Philippians chapter 3

“…they are enemies of the cross of Christ, whose end is their destruction, whose god is their appetite, and whose glory is in their shame, who set their minds on earthly things.” – Vs 18-19

Paul has just invited his readers to “join in following my example, and observe those who walk according to the pattern you have in us” (Vs 17). Now he warns them about a pattern or example NOT to follow. The example being set by those who are enemies of the cross of Christ. In other words, they refuse to accept the cross of Christ and the gift of salvation that it makes available. Instead, they have chosen to “walk” or live their lives pursuing a different agenda. They have chosen to worship another god. The NET Bible describes them this way:

“Their end is destruction, their god is the belly, they exult in their shame, and they think about earthly things.”

We live in a world that hates the cross of Christ. Because the cross requires us to admit our sin and acknowledge our shame. It demands that we confess our open rebellion against God and admit our need for a Savior. We must give up our independence and come to God in complete dependence. For many, that’s just too much to ask. So they reject the cross of Christ and remain His enemies. And their lives are marked by the worship of their own appetites – physical, sensual, emotional, and psychological. The NIV says, “their god is their stomach.” They are driven by sensual desires. They live to meet those desires and are completely controlled by them. Whether it’s the desire for food, drink, satisfaction, success, or sex. These people actually glory in their own shame. They exult in their own shame. They find worth in what should embarrass them. They brag about what should humiliate them. They find their sense of self-worth in the very things that should bring them shame. Their world is turned upside down.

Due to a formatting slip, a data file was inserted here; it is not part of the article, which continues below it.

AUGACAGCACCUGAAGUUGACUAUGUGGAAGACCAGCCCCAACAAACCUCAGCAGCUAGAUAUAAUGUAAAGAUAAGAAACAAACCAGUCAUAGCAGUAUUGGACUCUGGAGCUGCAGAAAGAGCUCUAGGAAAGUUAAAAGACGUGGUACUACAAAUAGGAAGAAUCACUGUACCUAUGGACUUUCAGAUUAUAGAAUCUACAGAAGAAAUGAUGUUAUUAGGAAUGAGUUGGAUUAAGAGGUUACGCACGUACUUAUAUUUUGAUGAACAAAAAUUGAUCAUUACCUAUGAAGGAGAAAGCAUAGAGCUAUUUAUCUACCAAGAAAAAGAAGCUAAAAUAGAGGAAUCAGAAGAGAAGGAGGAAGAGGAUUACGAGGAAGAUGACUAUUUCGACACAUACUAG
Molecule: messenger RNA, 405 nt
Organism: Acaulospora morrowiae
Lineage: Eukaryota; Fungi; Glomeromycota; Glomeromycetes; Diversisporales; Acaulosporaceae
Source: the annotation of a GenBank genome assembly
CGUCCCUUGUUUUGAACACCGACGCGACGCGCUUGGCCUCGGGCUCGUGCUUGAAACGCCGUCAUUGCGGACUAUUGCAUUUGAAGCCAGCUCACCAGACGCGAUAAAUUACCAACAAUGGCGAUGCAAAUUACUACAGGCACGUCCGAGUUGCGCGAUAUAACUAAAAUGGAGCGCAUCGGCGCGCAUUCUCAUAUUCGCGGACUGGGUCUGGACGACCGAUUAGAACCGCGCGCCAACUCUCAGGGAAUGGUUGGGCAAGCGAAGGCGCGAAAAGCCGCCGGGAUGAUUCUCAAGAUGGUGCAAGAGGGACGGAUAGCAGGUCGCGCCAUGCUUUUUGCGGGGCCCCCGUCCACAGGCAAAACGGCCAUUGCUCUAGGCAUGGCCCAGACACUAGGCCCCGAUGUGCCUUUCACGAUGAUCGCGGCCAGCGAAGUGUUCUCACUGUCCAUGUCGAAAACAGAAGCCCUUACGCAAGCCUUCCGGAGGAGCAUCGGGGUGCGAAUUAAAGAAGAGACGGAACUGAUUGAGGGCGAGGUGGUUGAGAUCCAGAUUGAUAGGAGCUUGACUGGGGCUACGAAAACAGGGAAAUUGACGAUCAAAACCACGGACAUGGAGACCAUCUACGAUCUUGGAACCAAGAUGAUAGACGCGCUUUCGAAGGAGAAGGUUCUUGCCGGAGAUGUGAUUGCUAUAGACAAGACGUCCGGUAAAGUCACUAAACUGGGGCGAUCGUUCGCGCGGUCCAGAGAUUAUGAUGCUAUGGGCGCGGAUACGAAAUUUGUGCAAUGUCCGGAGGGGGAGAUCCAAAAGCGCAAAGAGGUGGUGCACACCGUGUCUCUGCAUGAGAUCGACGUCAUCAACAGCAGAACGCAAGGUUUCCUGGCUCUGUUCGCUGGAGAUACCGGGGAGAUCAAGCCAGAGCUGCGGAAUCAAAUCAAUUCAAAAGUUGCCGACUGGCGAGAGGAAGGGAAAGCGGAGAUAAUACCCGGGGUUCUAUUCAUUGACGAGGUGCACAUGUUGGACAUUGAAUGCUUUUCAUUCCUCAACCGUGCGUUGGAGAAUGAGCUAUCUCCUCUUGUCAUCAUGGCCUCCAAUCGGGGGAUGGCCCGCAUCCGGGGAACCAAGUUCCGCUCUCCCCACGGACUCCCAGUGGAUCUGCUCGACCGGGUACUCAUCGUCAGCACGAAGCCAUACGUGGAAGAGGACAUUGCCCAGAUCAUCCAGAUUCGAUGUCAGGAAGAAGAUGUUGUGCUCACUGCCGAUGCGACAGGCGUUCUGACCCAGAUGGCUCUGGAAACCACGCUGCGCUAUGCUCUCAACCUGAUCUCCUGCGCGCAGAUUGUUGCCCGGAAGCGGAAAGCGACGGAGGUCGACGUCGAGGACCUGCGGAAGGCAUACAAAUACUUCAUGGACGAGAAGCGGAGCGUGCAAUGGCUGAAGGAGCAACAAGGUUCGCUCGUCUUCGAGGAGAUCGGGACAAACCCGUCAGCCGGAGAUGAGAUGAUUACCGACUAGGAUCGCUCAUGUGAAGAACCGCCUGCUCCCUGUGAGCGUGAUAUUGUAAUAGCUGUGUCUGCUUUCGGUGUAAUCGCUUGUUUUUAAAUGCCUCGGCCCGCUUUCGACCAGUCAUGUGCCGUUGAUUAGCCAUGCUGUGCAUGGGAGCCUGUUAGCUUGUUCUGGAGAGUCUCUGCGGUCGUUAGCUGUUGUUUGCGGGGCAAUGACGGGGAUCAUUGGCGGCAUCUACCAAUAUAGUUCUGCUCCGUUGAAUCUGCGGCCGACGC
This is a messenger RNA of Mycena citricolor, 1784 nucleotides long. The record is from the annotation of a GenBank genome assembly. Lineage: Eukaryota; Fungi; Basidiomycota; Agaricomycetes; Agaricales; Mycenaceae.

These people set their minds on earthly things. The New Living Translation says it this way: “all they think about is this life here on earth.” These people are dominated by what Paul Tripp calls “earth-bound treasures.” They were obsessed with the things of this world, instead of the next. Because this world is all they have. Paul reminds us that “our citizenship is in heaven” (Vs 20). We are not of this world. He told the Colossian believers, “Set your mind on the things above, not on the things that are on earth” (Colossians 3:2). Jesus said that, as believers, we were to “seek first His kingdom and His righteousness” (Matthew 6:33). But the people Paul is warning the Philippians believers about are seeking their own selfish kingdom of one and their own warped brand of righteousness. God is nowhere in the picture. And their future is one of destruction, not blessing.

So what’s the point? Why does Paul take the time to even discuss these people? Because even as believers, it is easy for us to fall into their way of living and thinking. We can allow our appetites to control us to the point that we virtually worship them. One definition of worship is “adoring reverence or regard.” So when we give our physical desires and cravings adoring reverence or regard by giving into their every wish, we are worshiping our appetites. We are allowing them to control us. It’s the I’ve-got-to-have-it-and-I’ve-got-to-have-it-NOW syndrom. We begin to believe that fulfilling our desires is what will bring us true satisfaction. One more bite, one more purchase, one more indiscretion, one more flirtatous look, one more look at that image on the Internet. We begin to expect our sensual desires and appetites to meet our needs rather than God. That is misplaced worship and Paul warns us to stay away from it.

We can easily end up finding glory or value in the very things that should shame us. We find our sense of worth in our abundance and live selfishly while those around us suffer in want. We become prideful and even obsessed about the kind of physical shape we’re in, while neglecting the health of  our spiritual lives. We laugh and joke about movies and TV programs that once would have been considered shameful. And slowly, we begin to set our minds on the things of this earth. We begin to forget that we are citizens of heaven. We neglect to remember, as the old hymn says, “This world is not my home, I’m just a passin through, my treasures are laid up somewhere beyond the blue.” We stop eagerly waiting for the return of Christ and remembering that He is in the process of transforming us into His likeness. A job He will finish one day.

Father, I don’t want to live like those whose end is destruction. I don’t want to spend my life following their example. But it is so easy to do because they are all around me. Keep me focused on You and Your kingdom. Don’t allow me to give in to my sensual appetites, the desires of the flesh. But let me learn to listen to You. Let me find my glory or sense of worth in serving You, not in doing things that should embarrass me. And help me set my sights on things above, not on the things of this earth. I want to live like a citizen of heaven, with my hopes and desires focused on the reality of Your Son’s return. Amen

Ken Miller
Grow Pastor & Minister to Men